Project planning - the basis for project implementation and controlling
Project planning is a central and very important technique of project management (some people mix up mistakenly project planning and project management). Without an accurate planning a project will never be a success !
Project planning is a key precondition for the project controlling process (some people consider it as part of the project controlling).
How to create successfully a project planning ?
A clear and formally approved project order including the aimed project scope and project budget envelope is the basis to start the project planning. The project scope includes:
- Project specific consistent goals
- Project specific consistent requirements – on epic level
The project order definition could be part of the project initialisation phase or provided by an internal business department or external client. The cut and mapping of the business (demand) portfolio requirements aiming product specific requirements to specific project scopes should be done by the demand or portfolio management department.
With uncomplete or even not provided project order some project managers start already to work with MS project trying to produce a nice Gantt chart. This quality gap leads to several subsequent gaps and don’t generate a reliable value.
Only with clear project order and entry criteria and a systematically structured planning procedure you will later successfully complete your project and monitor them.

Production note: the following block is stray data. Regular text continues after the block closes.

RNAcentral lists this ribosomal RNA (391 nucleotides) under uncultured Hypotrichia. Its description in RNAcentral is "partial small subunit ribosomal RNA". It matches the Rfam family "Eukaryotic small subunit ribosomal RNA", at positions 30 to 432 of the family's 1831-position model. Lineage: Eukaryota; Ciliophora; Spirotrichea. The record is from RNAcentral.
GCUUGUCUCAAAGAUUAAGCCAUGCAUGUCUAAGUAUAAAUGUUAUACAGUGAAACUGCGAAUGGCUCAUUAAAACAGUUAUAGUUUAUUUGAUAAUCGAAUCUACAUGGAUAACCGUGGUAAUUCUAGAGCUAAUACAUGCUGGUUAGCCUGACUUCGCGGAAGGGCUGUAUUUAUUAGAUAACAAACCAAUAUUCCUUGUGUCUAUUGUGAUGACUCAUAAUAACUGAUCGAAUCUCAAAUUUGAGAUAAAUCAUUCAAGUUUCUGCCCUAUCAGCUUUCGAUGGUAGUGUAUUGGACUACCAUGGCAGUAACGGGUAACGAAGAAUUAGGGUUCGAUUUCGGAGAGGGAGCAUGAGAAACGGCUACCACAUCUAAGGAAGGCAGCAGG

The project charter
The project has a unique timeline and achieves deliverables following unique requirements and fulfilling unique goals. Therefore the planning process is very crucial as a creative act projecting the planned exceution into the future. As already mentioned the basis of an accurate project planning is:
SMART project goals (Specific, Measurable, Achievable, Realistic, Time bound).
The goals should be already aligned with the most important stakeholders. The goals should be already checked and approved in the context of a clear business case of a demand initiative, if they are defined by an internal demand unit. The goal could be structured hierarchically and have different priorities. In a dedicated post I will explain in details how goals can be specified.
Therefore you should have enough Spend time on this until really concrete goals are defined, which are also supported by the most important stakeholders.
To meet the goals project specific requirements have to be defined. The requirement engineering process could be part of the project itself or also provided by a client (Scope Statement), demand unit (Epics). I recommend to have the requirements at least on epic level before starting the project planning process. The requirements should be also SMART and refer to the project goals they meet (Traceability requirements <> goals). The “raison d'être” of requirements is given by serving a goal !